It doesn't take much to guess how fun-loving Clint Bowyer reacted to making the Chase.
"Oh, man, it's so much fun to be a part of this." he said Tuesday at Texas Motor Speedway.
But how Michael Waltrip would react was much harder to predict after the car owner spent years trying to field a competitive race organization before breaking through this year with Bowyer and Martin Truex Jr.
Bowyer shook his head as he tried described his boss's reaction when his two drivers both made NASCAR's "playoffs" -- the Chase for the Sprint Cup.
"It's hard to say what Michael was -- you've met Michael?" said Bowyer, who was in town to help the speedway give out 5,000 tickets to Northwest School District students and promote the AAA Texas 500 on Nov. 1-4, the third-to-last race in the Chase. "He was everything. He was all of the things you just said. He was happy; he was emotional; he was proud. All of the things he should have been. But he enjoyed it.
"This is a guy, he was at the bottom of the barrel, and everybody knows that, and he's not scared to admit it."
Ten years ago, when Waltrip got a race team off the ground, he was barely scraping enough together to get a couple of starts. Jerry Nadeau ran a race for him in 2002, as did Kenny Wallace. Buckshot Jones and Mike Skinner each did the same in 2003.
The next year, the team put four races together, then five each over the next two years before finally, in 2007, Dale Jarrett ran 24 races and David Reutimann 26 for Michael Waltrip Racing.
Reutimann finally got MWR's first win in 2009, but it wasn't until Bowyer arrived this year that the organization claimed two wins in one year -- and put a driver in the Chase.
"I remember back when Michael first came in...Everybody, including me, was, 'Oh, man, he's bitten off way more than he can chew. He's going to be done before he even gets started, before the end of the year,'" Bowyer said. "To be able to weather that storm, survive, keep building, acquire a partner in Rob Kaufmann, our other boss, and keep digging, never give up, has finally got him and his organization where they're wanting to be, a part of the board, a part of the crowd in this sport, to have two cars in the Chase, to have those cars locked into the Chase -- and running good!"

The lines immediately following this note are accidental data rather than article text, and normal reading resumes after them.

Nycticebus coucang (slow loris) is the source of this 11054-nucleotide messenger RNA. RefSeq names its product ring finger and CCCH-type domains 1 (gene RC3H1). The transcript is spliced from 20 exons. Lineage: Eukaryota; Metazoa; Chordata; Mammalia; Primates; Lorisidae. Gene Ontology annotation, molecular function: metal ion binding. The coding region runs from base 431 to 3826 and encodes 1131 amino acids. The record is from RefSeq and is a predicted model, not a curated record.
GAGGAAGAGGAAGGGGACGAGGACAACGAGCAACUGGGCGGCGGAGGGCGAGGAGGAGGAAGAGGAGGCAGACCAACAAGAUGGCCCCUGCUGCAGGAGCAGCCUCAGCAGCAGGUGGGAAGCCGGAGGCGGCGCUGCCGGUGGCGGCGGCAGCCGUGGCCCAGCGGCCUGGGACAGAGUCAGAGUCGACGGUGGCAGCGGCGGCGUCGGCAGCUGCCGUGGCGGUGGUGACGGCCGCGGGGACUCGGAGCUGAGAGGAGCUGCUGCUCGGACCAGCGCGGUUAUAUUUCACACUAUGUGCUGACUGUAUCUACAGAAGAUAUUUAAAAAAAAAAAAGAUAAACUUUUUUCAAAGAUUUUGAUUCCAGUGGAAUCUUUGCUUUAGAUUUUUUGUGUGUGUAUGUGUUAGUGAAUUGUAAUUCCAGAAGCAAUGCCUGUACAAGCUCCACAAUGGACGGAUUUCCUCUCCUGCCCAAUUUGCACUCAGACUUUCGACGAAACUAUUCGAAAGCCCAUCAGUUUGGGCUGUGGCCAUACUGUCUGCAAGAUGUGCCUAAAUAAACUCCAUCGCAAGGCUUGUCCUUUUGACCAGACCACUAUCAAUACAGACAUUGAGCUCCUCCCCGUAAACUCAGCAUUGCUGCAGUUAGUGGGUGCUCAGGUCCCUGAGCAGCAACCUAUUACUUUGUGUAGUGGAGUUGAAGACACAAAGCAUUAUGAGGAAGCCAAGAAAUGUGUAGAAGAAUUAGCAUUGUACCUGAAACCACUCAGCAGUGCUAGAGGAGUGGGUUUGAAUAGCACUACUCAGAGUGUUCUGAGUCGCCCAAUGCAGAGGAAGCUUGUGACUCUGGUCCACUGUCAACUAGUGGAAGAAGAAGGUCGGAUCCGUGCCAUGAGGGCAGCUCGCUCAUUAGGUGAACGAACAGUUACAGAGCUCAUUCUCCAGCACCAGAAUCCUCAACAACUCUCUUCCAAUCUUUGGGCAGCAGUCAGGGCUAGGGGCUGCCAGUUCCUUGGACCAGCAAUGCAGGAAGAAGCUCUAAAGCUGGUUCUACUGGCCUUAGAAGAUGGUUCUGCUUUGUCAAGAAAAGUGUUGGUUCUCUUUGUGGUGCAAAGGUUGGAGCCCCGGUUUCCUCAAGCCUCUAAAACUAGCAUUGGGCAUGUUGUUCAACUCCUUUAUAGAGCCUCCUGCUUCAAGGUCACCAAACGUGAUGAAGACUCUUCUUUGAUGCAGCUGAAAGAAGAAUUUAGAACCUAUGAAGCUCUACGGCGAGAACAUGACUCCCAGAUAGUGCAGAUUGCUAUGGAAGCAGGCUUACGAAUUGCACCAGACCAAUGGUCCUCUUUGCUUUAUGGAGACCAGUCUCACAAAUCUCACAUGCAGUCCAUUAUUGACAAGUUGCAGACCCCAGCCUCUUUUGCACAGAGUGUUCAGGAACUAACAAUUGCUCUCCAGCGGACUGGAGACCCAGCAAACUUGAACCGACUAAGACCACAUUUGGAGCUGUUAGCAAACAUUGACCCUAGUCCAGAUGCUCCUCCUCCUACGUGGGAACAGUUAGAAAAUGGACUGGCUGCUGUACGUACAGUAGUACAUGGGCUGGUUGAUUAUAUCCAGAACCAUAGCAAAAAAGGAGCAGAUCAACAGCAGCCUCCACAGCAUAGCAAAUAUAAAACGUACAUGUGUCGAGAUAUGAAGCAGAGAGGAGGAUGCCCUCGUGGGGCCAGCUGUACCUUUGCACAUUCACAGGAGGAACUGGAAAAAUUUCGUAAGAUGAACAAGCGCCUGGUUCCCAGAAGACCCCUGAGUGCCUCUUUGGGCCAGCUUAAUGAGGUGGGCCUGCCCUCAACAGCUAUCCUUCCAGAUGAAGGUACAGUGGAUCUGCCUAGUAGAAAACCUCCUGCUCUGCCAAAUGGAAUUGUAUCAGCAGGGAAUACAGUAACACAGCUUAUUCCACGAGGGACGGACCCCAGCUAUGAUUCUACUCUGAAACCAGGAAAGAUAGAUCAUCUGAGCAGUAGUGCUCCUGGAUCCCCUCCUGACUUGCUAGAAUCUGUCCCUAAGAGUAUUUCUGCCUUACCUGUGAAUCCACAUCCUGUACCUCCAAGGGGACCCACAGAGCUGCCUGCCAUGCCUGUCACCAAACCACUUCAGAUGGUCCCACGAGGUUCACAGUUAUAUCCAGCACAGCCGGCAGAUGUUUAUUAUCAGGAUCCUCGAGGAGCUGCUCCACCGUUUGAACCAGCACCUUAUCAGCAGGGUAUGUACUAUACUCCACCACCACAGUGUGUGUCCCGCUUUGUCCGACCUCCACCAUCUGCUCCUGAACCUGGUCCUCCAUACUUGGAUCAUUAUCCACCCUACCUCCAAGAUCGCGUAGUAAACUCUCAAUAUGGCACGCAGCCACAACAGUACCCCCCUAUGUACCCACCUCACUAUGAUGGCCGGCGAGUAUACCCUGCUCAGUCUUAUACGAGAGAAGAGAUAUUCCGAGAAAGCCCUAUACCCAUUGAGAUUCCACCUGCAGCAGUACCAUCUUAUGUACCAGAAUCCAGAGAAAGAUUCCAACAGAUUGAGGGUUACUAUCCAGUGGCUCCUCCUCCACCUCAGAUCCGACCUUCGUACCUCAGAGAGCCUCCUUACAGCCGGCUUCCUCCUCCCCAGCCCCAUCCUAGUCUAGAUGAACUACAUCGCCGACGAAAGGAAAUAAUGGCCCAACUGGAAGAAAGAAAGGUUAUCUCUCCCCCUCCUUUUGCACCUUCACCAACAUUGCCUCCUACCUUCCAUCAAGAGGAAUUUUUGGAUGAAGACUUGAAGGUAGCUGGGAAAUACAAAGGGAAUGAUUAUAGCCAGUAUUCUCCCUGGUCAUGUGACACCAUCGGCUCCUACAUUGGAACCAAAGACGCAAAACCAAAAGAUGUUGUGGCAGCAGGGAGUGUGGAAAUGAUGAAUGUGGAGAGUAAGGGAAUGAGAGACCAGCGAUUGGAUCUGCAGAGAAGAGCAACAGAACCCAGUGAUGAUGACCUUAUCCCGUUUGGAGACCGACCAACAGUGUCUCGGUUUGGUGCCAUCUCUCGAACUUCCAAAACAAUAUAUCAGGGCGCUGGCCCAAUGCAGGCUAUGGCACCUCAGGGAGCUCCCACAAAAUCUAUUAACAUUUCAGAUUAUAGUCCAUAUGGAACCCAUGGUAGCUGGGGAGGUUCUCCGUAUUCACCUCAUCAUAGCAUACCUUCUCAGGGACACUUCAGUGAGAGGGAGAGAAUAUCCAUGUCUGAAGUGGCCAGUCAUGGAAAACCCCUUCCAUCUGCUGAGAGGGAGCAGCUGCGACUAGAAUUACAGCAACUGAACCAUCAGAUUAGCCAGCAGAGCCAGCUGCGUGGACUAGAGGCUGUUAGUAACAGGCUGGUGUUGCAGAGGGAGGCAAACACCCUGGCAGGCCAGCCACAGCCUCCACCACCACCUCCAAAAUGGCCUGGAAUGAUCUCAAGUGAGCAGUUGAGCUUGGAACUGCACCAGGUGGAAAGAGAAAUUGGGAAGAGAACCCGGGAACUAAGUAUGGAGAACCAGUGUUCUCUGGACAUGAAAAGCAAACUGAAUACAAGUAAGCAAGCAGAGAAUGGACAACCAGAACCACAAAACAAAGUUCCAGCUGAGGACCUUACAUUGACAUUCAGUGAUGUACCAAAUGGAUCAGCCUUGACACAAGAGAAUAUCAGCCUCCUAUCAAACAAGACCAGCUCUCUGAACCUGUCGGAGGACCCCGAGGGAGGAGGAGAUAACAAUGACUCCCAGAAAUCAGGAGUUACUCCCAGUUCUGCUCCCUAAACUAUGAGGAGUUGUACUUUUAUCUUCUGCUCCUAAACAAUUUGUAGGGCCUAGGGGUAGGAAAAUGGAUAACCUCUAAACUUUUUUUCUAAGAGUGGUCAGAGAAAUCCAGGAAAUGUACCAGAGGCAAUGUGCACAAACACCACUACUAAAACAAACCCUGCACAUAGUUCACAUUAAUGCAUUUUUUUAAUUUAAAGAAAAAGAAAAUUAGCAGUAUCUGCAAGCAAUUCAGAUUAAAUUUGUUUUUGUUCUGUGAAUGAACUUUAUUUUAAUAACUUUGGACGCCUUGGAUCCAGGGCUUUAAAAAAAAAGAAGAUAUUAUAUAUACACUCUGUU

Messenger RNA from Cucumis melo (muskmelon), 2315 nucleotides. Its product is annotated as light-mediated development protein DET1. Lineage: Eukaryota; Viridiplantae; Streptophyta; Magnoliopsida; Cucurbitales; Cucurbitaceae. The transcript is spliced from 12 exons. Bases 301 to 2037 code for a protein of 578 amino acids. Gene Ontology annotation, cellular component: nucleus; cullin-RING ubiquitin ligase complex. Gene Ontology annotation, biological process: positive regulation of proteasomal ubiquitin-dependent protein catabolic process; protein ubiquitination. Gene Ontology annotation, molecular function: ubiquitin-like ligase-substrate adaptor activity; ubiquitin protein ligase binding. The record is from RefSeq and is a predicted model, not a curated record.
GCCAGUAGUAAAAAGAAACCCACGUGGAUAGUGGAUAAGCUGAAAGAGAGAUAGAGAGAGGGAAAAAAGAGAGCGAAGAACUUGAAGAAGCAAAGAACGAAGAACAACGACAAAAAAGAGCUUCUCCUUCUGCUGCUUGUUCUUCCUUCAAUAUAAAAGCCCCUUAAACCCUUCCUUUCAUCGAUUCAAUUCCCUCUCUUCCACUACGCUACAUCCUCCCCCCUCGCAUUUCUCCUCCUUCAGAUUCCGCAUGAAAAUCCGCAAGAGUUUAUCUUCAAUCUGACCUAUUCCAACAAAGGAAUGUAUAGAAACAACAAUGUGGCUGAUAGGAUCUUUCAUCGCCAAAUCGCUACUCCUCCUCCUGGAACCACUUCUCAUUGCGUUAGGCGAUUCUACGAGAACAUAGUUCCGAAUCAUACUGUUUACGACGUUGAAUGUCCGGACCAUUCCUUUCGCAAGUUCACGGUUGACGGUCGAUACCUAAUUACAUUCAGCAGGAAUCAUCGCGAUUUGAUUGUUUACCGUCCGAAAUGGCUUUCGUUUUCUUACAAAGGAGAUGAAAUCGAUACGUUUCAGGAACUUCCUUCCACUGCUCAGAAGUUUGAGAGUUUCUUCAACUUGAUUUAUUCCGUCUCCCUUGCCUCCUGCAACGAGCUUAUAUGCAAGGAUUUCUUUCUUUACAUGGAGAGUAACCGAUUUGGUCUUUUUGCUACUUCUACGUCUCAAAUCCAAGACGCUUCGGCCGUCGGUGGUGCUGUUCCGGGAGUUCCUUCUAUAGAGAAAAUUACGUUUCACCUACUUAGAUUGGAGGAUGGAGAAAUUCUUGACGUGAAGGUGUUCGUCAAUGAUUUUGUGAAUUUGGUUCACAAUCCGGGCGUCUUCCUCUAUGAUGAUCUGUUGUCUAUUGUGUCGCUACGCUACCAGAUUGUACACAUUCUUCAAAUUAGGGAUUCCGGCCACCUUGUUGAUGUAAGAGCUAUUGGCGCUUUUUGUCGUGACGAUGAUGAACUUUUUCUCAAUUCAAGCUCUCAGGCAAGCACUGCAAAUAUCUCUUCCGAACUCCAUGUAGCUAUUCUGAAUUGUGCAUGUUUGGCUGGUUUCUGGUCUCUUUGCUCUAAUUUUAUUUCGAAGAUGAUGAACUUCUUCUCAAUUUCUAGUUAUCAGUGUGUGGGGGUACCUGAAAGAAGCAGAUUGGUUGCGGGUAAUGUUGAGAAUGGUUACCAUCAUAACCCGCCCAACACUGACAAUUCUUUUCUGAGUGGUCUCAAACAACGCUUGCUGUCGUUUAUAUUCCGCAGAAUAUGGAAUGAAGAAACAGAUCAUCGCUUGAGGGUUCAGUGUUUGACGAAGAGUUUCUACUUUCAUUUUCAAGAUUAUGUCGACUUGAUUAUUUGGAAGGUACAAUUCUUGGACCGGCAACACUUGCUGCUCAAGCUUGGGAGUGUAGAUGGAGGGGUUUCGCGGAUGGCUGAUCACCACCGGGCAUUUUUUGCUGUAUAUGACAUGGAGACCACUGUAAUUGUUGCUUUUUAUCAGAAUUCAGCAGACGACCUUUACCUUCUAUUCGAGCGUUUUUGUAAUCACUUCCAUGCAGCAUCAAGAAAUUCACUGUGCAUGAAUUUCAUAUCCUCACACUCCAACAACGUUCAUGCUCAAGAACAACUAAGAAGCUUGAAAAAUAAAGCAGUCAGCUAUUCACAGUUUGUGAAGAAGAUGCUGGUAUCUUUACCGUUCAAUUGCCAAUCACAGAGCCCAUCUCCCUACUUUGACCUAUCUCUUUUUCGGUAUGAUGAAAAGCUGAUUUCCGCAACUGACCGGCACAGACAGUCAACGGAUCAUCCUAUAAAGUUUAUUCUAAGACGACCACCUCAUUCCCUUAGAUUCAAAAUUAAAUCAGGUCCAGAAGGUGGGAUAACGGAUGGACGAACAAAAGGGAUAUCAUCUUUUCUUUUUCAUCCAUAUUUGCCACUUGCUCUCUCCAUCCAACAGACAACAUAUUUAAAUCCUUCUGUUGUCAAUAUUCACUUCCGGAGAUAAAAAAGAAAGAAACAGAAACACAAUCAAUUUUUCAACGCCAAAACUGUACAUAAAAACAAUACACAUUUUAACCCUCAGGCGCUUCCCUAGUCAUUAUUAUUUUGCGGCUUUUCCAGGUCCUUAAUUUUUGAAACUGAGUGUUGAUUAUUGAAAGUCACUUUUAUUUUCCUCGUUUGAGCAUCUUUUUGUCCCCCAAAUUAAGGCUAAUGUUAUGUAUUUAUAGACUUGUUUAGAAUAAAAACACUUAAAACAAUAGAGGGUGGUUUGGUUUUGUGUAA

Bowyer became part of the turnaround in his first year at MWR. He joined the team -- a hard decision for him, he said -- after failing to work out a new deal with Richard Childress Racing.
MWR welcomed him, not only because he's a good driver, but because he was bringing a signed-and-delivered sponsor with him -- gold in today's economy in auto racing.
That gave Bowyer sway to pick his own crew chief, Brian Pattie, who put together the rest of the team that has become the flag-bearer for MWR.
"I was in a fortunate situation to take advantage of some unfortunate situations on some other teams' parts," Bowyer said. "There were a lot of teams, RCR, Roush, pulling back to three teams. There were a lot of good people, good personnel, out there, enough to build an all-star cast, and that's what Brian Pattie did, was assemble an all-star cast around me, and I think the results are speaking for themselves."
Bowyer won his second race last week, winning at Richmond, and he's on his way to potentially his best Sprint Cup season.
He won two races two years ago, with seven top-fives and 18 top-10s. With the 10-race playoffs to go, he has two wins, six top-fives and 15 top-10s.
"We're bound to make some mistakes, but I'm telling you, as we go on and I look inside this Chase, I think the mistakes are behind us," Bowyer said. "I think we're learning from them at a rapid pace. I think we're way ahead of schedule from where we should be, realistically.... I'm pretty confident, I guess, with where we're at and moving forward with the Chase and where we can be at the end."
Nobody has to guess the reaction if that happens.
Carlos Mendez, 817-390-7407